Opera House: Steve Earle + Opening of SHOW Bar

Opera House: Steve Earle + Opening of SHOW Bar

”An Evening with Steve Earle” honors the prolific singer-songwriter and roots rocker. The solo show takes place Tuesday, October 4, at Telluride’s Sheridan Opera House. Tickets are $50 and $65 (reserved seats) here. Or call 970-728-6363 ext. 5. Earle’s concert is a double celebration: on that same evening, the newly built Opera House SHOW Bar opens on the first floor of the historic building.

Stee Earle

Steve Earle

Just before Steve Earle was born, January 17, 1955 in Fort Monroe, where his dad was stationed as an air traffic controller, the family dispatched a delegation to Virginia with a small Prince Albert tobacco tin of Lone Star dirt from the farm. The dirt was spread in a flat pan and just after his first breath, the little guy was held up and his feet imprinted in the imported soil. While the Earles reluctantly accepted a Virginia birth certificate, Steve’s granddaddy and uncles were satisfied that the first dirt his feet every touched was pure Texan.

The red dirt boy grew up to become a troubadour, who learned his craft from two other Lone Star legends: Guy Clark and the renegade Townes Van Zandt, who helped develop Earle’s talents as a songwriter, country singer, and hard-strumming guitarist.

While still a teen, Earle toured with Clark’s band playing bass. Clark, he says, taught him the construction of a tune’s structural tricks, internal rhymes and other things that, in the end, separate a really good songwriter from a hack.

Of Townes, 12 years ago Earle told me: “He never showed me anything directly about writing songs. What I learned from him was that it is possible to do something because it is worthwhile and important, even if it’s only important to you, and whether you make money or not. I watched him do that all his life.”

Since he came on the scene in 1986, Steve Earle has been labeled an iconoclast– although his best music embraces America’s roots in Appalachian and folk music. From his days as a Nashville country singer to his work as a latter-day protest musician, Earle’s music has evoked the conflicted lives and loves of ordinary America.

Despite his unwillingness to conform – or because of it? – over his long and prosperous career, Earle received three Grammy awards. His songs have been recorded by the likes of Johnny Cash, Waylon Jennings, Emmylou Harris, and Shawn Colvin, with whom he recently released an album.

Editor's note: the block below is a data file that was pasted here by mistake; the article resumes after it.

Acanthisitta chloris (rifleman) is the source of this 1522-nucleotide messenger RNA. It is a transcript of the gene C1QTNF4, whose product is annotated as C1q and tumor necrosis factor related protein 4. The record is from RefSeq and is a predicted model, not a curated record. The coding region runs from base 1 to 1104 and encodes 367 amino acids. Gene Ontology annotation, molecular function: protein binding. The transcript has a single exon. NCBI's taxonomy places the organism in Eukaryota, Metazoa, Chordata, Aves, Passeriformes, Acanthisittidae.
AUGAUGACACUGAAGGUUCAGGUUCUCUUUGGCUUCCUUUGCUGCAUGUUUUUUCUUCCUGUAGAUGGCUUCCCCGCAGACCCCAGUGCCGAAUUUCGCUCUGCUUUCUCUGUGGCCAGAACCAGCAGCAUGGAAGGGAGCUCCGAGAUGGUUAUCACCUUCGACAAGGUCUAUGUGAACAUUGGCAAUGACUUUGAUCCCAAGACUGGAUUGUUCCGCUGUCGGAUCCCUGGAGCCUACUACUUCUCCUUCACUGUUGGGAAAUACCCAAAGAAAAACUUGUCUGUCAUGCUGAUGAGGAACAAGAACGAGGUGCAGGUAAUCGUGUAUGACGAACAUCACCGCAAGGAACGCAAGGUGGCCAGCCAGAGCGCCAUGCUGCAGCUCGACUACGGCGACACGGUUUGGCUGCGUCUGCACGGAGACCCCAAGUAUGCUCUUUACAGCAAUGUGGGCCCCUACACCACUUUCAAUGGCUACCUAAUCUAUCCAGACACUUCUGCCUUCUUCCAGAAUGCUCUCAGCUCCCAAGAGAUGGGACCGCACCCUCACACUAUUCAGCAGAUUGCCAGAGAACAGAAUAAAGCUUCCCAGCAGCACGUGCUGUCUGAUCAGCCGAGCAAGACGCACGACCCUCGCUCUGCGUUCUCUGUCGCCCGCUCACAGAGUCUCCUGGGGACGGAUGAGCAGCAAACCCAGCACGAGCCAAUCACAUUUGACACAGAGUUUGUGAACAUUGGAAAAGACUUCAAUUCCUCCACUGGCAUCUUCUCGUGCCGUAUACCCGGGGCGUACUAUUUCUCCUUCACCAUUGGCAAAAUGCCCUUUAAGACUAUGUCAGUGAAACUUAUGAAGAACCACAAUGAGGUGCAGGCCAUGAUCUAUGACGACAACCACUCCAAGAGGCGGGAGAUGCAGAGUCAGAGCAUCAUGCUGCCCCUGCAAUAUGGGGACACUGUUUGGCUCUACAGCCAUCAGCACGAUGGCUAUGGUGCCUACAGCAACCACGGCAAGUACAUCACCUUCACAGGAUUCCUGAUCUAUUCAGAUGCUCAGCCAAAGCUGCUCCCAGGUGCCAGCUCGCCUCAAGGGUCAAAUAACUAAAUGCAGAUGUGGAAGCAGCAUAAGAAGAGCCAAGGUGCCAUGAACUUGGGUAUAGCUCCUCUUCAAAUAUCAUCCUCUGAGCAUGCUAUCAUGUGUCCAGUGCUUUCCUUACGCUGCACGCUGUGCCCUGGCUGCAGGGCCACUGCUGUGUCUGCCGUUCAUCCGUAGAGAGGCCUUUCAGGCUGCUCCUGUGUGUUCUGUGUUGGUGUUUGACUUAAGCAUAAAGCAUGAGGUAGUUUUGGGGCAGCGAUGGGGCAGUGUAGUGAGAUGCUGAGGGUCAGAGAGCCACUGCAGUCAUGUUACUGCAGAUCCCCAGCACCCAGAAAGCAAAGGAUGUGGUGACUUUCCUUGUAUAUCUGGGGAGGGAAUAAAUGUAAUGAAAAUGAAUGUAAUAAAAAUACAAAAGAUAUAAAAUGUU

On the 16th studio album of his singular career, Terraplane, Earle pays tribute to the blues, influenced by the blues giants he saw growing up in Texas – Lightnin’ Hopkins, Freddy King, Johnny Winter, Jimmie and Stevie Ray Vaughan, Canned Heat and Billy Gibbons. Recorded in Nashville by Ray Kennedy and produced by R.S. Field, the inspired collection is his homage to the music he calls “the commonest of human experience, perhaps the only thing that we all truly share” and a record he has wanted to make for a long time. Over 11 original tracks, Earle and his longstanding band The Dukes traverse various forms of the blues – from the Texas roadhouse blues of opener “Baby Baby Baby (Baby)” to the acoustic blues of “Ain’t Nobody’s Daddy Now” and the Chicago blues of “The Usual Time” to the pre-war blues of “Baby’s Just As Mean As Me,” a duet with Eleanor Whitmore.

Described by Mojo as “Earle’s passion for blues in its rawest form,” Terraplane has received near universal acclaim and been embraced by the blues community.

Downbeat exclaimed, “The once hard- living maverick sings with deep knowledge of the dark and light sides of human experience, running his emotional engine at full-throttle while sustaining the crucial ambivalence of the blues… Earle’s ace band, the Dukes, plays for keeps.”